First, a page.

Scene from Word of Honor


According to Vincent E. Gil, a medical anthropologist, China had a “long history of homosexuality.” Not only was homosexuality accepted, it was also widely practiced among upper-class families. This is mostly because marriage used to be regarded as a union between families rather than a matter of love, so men were allowed to seek love from other people regardless of their gender, so long as they fulfill their duties of getting married and having children. The stigma against homosexuality only began during the Song Dynasty due to the influence of Buddhism and the homophobic laws imposed by the Monguls and the Manchus. 

There are records of homosexual relationships that date as far back as the Zhou Dynasty, but it was the Han Dynasty that had the most number of emperors with male lovers. Emperor Ai was one of them, and while he was not the greatest or most competent emperor, he will forever be remembered in history as the originator of the word cutsleeve. 

Emperor Ai had a male favorite named Dǒng Xián (董贤), who was described as “soft, gentle, and good at charming people.” He caught Ai’s attention when he was serving as the private secretary of the Crown Prince, and once he gained Ai’s Favor, he was later promoted to Prime Minister and Supreme Commander of the Army. Ai never tried to hide the fact that he favored Dǒng. He would hear no words spoken against his lover, and would imprison or demote those who questioned Dǒng’s sudden rise to power.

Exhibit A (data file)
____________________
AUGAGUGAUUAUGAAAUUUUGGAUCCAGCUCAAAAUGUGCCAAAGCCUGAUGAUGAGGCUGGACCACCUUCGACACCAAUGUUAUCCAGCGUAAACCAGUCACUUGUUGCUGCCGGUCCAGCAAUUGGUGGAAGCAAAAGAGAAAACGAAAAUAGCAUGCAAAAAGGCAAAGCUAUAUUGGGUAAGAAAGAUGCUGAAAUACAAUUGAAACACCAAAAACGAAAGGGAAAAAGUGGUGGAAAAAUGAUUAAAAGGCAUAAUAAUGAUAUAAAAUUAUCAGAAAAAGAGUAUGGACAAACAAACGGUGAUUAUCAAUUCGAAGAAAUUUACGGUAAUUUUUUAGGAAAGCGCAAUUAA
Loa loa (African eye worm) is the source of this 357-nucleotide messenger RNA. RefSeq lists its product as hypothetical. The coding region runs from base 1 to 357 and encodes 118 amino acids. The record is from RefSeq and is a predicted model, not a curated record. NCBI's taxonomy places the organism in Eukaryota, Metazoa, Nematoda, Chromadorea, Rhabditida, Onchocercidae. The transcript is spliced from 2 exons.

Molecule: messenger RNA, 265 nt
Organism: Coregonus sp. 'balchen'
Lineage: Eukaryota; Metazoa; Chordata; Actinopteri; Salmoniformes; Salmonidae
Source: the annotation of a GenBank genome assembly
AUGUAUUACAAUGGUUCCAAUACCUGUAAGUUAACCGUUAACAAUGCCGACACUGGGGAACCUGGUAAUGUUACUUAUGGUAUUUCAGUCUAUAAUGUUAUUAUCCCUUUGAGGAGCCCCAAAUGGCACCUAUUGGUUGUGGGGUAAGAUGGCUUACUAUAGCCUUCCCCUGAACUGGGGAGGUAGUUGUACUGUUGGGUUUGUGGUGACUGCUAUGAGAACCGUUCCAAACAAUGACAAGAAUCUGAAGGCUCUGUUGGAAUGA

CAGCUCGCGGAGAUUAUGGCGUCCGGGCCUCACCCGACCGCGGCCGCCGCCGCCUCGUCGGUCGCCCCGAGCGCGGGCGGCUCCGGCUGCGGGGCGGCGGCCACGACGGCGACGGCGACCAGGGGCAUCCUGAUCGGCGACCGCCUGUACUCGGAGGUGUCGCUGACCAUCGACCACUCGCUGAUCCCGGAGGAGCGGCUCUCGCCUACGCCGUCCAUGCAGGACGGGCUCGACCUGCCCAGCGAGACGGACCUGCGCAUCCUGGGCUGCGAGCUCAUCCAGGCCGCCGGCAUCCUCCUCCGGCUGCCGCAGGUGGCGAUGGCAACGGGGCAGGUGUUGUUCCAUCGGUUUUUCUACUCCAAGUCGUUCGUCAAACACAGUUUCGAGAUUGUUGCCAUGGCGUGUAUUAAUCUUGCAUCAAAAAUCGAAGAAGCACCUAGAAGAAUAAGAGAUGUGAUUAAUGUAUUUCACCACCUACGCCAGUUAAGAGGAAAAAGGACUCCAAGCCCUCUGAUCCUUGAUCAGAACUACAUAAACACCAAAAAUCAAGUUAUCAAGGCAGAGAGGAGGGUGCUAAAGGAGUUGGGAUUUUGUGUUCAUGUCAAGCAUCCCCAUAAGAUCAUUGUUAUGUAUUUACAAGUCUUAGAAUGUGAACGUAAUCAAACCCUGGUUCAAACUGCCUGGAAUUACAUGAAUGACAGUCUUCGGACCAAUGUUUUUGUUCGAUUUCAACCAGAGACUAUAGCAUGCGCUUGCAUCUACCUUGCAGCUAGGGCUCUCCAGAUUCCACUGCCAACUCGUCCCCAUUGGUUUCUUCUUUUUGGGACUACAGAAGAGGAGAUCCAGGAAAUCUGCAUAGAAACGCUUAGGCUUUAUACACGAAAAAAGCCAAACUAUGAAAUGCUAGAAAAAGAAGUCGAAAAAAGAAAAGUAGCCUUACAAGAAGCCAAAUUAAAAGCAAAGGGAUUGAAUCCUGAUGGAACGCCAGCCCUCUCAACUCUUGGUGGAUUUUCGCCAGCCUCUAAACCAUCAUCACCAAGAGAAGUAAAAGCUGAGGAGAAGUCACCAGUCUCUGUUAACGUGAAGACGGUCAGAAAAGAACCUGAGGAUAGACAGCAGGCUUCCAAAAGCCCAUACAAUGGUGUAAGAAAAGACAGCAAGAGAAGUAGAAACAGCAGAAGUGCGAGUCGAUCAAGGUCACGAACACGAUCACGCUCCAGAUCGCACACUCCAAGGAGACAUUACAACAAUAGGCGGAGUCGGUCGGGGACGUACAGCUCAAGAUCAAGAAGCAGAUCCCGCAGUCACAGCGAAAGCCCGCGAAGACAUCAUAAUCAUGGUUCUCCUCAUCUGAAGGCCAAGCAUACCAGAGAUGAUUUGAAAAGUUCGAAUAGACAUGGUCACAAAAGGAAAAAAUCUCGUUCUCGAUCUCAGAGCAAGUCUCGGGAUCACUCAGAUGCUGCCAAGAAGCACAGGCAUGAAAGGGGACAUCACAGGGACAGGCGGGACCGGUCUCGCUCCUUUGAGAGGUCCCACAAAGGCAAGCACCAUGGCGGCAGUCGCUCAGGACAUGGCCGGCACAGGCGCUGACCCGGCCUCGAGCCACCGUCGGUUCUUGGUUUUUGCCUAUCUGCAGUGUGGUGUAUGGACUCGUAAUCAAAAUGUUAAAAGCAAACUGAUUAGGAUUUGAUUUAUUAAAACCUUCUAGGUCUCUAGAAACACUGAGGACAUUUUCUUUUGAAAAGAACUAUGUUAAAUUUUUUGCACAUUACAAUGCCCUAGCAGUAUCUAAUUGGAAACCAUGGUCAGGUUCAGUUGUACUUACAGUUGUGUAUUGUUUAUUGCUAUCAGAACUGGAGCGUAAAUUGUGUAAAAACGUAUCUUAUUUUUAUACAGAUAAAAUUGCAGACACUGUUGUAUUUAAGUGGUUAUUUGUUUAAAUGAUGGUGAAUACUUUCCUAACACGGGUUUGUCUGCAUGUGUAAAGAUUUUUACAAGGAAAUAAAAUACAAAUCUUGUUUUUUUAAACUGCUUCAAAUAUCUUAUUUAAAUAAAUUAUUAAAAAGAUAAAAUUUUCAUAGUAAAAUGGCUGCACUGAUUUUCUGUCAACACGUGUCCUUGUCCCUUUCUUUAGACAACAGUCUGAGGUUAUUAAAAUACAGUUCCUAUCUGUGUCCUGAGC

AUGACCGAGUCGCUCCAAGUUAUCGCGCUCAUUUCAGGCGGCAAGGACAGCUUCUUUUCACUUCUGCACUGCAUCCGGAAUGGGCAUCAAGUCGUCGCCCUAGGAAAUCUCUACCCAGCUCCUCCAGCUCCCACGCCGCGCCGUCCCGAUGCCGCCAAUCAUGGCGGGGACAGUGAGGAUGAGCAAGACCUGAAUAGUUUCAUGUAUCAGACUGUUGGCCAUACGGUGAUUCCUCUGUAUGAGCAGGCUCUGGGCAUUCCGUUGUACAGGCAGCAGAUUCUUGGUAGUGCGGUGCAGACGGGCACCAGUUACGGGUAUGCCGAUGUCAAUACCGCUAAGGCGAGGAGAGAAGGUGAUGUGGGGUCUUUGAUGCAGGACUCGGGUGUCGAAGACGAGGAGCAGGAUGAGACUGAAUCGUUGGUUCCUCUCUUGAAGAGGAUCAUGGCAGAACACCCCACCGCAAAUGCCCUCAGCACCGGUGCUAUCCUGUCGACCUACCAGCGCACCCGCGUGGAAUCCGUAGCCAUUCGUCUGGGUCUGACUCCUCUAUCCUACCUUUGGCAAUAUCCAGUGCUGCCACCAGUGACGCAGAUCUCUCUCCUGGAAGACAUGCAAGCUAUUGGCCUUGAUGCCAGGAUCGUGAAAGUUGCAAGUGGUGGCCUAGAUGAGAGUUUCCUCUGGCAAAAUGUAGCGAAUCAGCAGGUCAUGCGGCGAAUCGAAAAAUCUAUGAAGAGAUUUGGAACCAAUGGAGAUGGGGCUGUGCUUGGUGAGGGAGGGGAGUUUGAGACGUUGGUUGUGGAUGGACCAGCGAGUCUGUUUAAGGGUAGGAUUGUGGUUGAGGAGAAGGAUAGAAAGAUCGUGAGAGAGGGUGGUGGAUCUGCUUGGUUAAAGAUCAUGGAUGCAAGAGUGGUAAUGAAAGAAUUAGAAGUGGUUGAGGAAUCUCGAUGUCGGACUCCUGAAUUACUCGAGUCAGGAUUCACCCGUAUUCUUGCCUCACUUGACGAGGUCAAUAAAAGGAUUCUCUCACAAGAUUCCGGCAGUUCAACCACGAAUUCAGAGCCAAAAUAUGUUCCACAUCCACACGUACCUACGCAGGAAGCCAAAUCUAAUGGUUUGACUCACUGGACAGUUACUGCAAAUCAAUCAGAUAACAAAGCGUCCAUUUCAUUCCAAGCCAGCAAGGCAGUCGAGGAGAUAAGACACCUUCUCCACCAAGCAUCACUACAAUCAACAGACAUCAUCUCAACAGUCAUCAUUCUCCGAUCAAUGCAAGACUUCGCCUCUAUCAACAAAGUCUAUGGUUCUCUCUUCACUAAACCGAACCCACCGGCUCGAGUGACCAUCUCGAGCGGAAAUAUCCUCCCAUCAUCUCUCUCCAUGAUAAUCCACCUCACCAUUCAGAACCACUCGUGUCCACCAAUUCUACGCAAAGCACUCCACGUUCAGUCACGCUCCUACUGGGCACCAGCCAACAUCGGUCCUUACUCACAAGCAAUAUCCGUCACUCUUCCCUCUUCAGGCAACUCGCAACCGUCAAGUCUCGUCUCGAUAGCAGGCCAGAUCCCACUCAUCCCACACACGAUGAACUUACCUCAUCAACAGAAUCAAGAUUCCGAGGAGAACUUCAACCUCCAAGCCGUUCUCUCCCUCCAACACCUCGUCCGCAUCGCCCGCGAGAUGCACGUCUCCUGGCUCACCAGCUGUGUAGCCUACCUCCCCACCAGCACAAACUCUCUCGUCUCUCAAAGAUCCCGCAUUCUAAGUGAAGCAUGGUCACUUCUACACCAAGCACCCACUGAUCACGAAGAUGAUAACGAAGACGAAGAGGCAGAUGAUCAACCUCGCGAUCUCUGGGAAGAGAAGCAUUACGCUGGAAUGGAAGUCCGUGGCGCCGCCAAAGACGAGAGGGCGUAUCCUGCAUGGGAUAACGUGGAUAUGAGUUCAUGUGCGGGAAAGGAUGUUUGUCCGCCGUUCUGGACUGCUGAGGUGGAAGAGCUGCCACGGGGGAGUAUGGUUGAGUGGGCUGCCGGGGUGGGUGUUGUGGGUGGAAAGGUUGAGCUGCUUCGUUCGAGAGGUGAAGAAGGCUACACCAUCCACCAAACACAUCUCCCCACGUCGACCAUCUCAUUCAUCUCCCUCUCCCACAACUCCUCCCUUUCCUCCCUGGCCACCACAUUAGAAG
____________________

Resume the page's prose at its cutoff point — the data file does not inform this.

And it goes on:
Art Depicting Emperor Ai and Dong Xian from JSTOR Daily

Emperor Ai and Dǒng Xián would often be found in bed together, and there was one day when Dǒng fell asleep on the Emperor’s sleeve. Not wanting to wake him, Ai cut off his sleeve and got up to attend a meeting. When the minsters saw this, they started a fashion trend and cut off their own sleeves to honor the love and devotion between Emperor Ai and Dǒng Xián.

Unlike other emperors who had male lovers, Ai never married or had children, but Dǒng Xián did. When Ai was on his deathbed, he declared that Dǒng Xián would succeed him as emperor, however, the order was ignored the moment Ai breathed his last breath. Without the support of his lover, Dǒng was stripped of all his powers, and he and his wife were pressured to kill themselves. It is said that when the people found out about Dǒng Xián’s death, they cut off  their sleeves as a symbol of mourning. 

The story of Emperor Ai and Dǒng Xián is just one among the many gay relationships in Chinese history, and unlike Western scholars who seem determined to interpret any form of male closeness as intimate friendships, Chinese scholars openly wrote about the relationship between the emperors and their male lovers. It’s a bit sad to see a country that used to be so accepting of homosexual relationships be so averse to it now, but given China’s rich history of same-sex relationships as well as the soft power of Danmei dramas and the fans’ appetite for queer content, there may still be hope that the LGBT+ community would eventually be wholeheartedly accepted rather than merely tolerated in China. 


Watch this video if you want to know more about the Han Dynasty’s bisexual emperors.